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Flashcards in Smoking Deck (8)
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1

Does smoking really deserve its own chapter in this book?

Smoking is the single most significant source of preventable morbidity and premature death in the United States.

*this is a recurrent theme on the USMLE, so whenever you are not sure which risk fac- tor to choose to reduce morbidity or mortality, smoking is a safe guess*

2

How is smoking related to heart disease?

Smoking is responsible for 30% to 45% of such cardiac-related deaths in the US.

This risk is decreased by 50% within 1 year of quitting, and by 15 years after quitting, the risk is the same as for someone who has never smoked.

3

What cancers are more likely in smokers?

Almost every part of the body:

  • lung (smoking causes 85%-90% of cases)
  • oral cavity (90% of cases)
  • larynx
  • pharynx
  • esophagus (70%-80% of cases)
  • stomach
  • colon
  • rectum
  • bladder (30%-50% of cases)
  • kidney (20%-30%)
  • pancreas (20%-25%)
  • cervix

4

Describe the effect of smoking on the lung.

  • Lung cancer
  • chronic obstructive pulmonary disease (COPD; emphysema, chronic bronchitis, and bronchiectasis)
    • Emphysema almost always results from smoking; if the patient is very young or has no smoking history, you should consider alpha1-antitrypsin deficiency. Although the changes of emphysema are irreversible, the risk of death still decreases if the patient stops smoking.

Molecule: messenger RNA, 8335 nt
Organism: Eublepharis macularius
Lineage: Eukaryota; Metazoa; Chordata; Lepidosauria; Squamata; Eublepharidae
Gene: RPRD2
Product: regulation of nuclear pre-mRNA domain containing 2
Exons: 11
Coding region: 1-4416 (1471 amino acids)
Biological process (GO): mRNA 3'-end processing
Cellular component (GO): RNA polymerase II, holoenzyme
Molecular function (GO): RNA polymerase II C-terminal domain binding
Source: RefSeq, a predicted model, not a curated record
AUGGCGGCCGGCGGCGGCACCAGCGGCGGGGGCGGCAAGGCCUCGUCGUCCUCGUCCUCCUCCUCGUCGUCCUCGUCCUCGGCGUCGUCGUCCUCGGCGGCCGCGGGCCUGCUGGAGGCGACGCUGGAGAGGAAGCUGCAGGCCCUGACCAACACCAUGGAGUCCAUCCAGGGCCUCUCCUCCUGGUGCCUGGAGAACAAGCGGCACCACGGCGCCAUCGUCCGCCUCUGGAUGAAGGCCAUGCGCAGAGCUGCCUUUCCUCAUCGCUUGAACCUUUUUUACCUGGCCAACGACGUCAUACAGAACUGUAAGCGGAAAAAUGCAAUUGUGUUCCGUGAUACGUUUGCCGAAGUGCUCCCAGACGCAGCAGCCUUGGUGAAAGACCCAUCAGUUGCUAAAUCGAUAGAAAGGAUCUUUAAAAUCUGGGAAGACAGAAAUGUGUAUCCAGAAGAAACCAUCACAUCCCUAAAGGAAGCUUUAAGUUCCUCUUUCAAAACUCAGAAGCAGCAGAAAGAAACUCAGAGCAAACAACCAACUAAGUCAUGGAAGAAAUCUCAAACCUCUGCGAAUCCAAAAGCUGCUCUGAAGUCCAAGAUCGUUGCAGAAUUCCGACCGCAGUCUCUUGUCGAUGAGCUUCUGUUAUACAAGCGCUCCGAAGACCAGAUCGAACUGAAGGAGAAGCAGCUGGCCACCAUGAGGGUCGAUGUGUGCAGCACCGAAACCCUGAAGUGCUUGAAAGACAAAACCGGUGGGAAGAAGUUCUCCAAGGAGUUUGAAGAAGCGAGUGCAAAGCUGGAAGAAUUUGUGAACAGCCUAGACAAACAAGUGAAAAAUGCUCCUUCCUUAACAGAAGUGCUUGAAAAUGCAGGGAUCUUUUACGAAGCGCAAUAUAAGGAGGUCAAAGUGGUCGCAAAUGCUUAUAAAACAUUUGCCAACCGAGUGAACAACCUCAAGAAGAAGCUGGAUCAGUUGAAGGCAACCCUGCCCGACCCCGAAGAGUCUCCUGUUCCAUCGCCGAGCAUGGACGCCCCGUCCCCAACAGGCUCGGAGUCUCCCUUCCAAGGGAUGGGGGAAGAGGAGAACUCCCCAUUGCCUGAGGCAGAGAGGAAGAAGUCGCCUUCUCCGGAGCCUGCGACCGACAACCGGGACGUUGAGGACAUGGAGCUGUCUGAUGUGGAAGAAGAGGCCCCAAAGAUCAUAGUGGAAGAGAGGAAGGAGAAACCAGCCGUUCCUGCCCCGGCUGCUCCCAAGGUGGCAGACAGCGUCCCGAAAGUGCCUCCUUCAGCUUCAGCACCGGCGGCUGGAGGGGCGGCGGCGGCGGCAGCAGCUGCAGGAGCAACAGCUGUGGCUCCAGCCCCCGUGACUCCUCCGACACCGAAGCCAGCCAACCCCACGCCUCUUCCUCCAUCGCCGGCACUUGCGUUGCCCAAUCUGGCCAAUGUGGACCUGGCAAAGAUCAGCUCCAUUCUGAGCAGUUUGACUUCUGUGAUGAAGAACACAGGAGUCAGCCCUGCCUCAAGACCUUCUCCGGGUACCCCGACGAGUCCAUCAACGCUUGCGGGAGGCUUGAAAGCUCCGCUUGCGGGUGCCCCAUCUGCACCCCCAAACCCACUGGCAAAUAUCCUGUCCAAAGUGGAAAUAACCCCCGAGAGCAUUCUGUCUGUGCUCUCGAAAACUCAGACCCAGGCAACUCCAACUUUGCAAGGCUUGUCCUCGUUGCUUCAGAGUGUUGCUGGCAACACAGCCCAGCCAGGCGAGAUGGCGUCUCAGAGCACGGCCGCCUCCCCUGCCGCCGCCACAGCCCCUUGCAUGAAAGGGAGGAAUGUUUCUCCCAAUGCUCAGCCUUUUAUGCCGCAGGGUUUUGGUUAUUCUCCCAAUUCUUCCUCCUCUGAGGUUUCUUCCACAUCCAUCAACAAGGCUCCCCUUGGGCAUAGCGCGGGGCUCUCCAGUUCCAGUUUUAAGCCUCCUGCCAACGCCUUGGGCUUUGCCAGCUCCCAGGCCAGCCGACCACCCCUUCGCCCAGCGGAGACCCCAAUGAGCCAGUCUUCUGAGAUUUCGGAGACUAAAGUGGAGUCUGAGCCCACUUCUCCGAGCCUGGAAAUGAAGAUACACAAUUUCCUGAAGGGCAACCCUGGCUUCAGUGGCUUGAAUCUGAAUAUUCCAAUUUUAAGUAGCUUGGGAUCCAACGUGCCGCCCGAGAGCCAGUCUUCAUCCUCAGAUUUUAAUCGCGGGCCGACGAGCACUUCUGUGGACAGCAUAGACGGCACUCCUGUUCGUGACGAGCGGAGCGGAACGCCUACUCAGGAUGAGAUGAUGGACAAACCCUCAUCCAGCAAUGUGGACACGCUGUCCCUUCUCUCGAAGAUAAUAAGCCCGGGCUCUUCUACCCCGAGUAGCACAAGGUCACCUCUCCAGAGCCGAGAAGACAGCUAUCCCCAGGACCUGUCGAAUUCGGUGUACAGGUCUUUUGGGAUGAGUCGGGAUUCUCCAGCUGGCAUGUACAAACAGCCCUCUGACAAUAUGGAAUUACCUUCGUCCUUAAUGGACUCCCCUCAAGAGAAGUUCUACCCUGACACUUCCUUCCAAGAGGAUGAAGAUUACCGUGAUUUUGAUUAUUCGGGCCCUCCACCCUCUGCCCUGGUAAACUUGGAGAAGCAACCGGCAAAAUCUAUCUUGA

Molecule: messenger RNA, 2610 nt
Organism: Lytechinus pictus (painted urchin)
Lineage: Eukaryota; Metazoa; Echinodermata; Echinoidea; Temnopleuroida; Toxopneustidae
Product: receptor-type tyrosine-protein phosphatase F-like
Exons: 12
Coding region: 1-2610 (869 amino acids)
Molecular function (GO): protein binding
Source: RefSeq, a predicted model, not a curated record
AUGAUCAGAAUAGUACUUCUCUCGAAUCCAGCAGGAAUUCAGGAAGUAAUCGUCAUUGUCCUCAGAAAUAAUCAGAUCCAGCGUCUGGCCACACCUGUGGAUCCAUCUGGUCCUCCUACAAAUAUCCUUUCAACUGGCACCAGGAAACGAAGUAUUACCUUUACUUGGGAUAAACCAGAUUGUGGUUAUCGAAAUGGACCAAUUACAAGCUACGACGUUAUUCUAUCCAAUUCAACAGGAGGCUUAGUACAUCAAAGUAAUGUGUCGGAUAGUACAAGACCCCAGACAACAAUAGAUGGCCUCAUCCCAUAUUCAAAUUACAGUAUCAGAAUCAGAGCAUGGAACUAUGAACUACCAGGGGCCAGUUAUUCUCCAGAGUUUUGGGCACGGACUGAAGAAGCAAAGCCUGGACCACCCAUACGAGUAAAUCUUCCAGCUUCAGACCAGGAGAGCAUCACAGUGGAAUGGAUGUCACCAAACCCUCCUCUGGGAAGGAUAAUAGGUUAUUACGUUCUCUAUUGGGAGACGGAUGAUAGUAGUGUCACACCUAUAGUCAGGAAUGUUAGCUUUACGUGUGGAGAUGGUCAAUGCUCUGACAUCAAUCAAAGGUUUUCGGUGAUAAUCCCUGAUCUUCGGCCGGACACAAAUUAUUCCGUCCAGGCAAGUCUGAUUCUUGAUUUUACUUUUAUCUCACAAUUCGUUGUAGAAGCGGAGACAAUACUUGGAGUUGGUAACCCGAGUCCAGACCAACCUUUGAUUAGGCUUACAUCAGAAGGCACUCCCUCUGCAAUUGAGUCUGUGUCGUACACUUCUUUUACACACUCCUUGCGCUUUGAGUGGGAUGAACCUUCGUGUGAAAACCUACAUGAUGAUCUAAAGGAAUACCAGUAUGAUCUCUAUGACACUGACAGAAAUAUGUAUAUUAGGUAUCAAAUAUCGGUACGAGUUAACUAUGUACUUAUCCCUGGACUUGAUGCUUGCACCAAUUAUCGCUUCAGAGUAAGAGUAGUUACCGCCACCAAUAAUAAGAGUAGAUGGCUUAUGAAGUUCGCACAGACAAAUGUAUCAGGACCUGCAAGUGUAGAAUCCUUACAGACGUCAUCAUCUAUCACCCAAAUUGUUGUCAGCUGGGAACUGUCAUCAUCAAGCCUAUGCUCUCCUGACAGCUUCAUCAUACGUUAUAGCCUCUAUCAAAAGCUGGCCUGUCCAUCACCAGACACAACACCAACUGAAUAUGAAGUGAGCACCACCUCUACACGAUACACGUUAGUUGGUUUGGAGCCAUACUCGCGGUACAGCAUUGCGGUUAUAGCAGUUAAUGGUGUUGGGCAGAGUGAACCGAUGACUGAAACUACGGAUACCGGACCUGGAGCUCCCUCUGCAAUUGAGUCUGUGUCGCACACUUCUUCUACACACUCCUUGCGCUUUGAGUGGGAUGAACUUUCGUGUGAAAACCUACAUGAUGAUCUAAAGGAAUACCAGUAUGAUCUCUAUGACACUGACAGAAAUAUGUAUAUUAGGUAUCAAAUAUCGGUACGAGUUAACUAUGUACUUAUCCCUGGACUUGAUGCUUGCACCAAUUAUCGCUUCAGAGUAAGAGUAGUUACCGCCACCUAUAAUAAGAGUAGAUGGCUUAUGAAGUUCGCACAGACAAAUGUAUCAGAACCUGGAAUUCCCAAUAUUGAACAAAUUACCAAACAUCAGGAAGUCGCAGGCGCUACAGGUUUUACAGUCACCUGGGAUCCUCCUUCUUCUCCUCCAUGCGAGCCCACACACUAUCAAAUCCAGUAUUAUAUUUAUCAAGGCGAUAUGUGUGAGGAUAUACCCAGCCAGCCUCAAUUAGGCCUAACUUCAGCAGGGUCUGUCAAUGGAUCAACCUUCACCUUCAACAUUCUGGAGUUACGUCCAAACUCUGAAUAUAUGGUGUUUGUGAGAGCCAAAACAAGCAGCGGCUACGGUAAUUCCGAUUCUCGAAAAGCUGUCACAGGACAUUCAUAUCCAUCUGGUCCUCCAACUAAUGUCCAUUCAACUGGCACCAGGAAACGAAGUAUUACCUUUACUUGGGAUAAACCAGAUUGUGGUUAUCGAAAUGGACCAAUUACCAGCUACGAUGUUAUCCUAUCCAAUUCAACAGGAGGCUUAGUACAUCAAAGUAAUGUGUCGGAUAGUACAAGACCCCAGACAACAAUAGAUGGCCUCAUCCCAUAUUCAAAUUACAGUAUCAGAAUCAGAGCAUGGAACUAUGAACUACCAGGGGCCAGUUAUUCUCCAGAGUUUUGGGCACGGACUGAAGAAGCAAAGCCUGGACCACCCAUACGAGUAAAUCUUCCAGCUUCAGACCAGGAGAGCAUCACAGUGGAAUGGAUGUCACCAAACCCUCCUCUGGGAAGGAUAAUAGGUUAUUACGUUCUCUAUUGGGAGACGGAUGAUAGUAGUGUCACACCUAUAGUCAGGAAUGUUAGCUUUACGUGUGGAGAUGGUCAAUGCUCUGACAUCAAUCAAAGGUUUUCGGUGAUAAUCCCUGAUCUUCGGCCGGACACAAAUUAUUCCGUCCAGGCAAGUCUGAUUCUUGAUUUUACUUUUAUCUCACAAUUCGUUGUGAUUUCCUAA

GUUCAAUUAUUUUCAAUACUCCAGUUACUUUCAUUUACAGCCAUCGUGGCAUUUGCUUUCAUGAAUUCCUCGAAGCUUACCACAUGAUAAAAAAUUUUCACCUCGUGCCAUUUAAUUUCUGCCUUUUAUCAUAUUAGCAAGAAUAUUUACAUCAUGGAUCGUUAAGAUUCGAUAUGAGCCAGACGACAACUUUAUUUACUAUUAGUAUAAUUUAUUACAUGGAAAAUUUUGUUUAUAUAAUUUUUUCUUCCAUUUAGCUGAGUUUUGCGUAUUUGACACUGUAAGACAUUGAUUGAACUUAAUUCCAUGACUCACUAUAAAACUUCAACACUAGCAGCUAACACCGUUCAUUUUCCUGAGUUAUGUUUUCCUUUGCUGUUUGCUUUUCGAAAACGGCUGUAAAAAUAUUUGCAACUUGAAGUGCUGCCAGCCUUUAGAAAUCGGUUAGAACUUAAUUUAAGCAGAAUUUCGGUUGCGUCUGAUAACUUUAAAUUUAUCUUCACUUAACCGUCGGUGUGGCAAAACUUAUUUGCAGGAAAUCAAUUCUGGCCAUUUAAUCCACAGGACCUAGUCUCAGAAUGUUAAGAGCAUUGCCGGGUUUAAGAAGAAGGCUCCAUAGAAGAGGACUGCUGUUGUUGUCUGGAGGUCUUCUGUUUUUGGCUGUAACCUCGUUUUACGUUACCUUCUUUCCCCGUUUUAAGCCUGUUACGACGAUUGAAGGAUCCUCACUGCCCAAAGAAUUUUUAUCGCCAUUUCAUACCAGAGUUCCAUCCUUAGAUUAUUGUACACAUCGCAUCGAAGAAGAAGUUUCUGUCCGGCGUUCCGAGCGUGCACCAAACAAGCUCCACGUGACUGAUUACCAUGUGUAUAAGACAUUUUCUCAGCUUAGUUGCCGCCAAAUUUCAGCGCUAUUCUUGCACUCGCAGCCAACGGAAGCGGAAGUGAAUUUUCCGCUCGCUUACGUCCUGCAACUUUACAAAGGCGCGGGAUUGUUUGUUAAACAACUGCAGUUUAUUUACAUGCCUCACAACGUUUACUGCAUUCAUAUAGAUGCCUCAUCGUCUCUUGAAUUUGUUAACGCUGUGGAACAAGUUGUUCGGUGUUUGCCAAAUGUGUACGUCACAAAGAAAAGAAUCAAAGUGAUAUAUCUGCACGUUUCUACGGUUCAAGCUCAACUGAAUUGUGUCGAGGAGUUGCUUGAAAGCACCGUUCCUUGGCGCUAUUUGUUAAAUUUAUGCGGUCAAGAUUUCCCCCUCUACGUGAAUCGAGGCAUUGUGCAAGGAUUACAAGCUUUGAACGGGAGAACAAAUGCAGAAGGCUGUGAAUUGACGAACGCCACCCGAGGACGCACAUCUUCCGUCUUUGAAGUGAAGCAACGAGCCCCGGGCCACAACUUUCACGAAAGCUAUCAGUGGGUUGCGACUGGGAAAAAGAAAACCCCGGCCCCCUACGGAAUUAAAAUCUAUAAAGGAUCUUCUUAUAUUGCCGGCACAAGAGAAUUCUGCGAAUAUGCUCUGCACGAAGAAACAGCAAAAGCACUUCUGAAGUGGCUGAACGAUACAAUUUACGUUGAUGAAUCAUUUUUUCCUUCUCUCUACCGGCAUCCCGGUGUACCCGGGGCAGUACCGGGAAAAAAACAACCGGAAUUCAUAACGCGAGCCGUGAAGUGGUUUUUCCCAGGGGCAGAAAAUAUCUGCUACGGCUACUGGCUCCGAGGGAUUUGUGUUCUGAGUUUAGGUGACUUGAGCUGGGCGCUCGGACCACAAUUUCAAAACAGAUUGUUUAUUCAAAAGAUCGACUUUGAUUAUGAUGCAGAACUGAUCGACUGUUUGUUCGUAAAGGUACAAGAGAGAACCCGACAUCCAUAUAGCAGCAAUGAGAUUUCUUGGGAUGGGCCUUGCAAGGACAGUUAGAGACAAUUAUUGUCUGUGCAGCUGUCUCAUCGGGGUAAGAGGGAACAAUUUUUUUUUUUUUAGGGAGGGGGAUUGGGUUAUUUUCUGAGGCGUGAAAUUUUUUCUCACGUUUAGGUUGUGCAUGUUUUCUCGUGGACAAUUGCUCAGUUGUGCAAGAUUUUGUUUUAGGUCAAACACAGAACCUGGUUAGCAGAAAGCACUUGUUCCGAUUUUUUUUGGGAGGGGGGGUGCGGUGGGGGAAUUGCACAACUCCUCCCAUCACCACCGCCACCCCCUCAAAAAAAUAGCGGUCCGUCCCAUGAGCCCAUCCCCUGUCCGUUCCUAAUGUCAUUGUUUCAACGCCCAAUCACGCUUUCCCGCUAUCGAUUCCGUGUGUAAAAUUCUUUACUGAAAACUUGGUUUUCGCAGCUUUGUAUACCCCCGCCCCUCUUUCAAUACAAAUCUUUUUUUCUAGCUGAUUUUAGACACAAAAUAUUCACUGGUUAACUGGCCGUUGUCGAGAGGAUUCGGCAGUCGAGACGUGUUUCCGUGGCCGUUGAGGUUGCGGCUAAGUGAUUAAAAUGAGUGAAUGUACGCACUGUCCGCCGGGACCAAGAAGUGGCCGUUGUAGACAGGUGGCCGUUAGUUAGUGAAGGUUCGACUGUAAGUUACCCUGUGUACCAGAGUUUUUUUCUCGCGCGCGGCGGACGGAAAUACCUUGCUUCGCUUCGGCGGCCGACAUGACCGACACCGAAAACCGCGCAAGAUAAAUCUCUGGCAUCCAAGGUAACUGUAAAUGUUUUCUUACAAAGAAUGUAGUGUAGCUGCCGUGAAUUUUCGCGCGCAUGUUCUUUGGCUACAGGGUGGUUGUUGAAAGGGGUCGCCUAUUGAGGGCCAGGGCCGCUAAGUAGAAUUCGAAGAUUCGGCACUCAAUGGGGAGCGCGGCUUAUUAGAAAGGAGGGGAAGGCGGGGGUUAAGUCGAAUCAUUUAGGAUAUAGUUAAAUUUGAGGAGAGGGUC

5

What about second-hand smoke?

Second-hand smoke is a proven risk factor for lung cancer and other lung disease; risk increases linearly with increasing exposure.

When parents smoke, their exposed children are at an increased risk for asthma and URIs, including otitis media.

6

What other bad things does smoking do?

Smoking

  • retards the healing of PUD
  • increase risk of Buerger disease (thromboangiitis obliterans - vasculitis of small/medium sized arteries and veins, results in ischemic claudication of extremities and may subsequently lead to paresthesias/ulceration/gangrene)
  • increases the risk of low birth weight, prematurity, spontaneous abortion, stillbirth, and infant mortality
  • Cessation of smoking pre-op is the best way to decrease the risk of post-op pulmonary complications, especially if it is stopped at least 8 weeks before surgery.

7

True or false: Women who smoke cannot take birth control pills.

True!! 

if the woman is > 35 yo + smokes OR  < 35 years + smokes > 15/day, the risk of thromboembolism is increased sharply if they take OCPs.

Postmenopausal women, however, can take estrogen therapy regardless of smoking status.

8

So what is the bottom line for the boards?

Smoking is a very dangerous habit that should be avoided.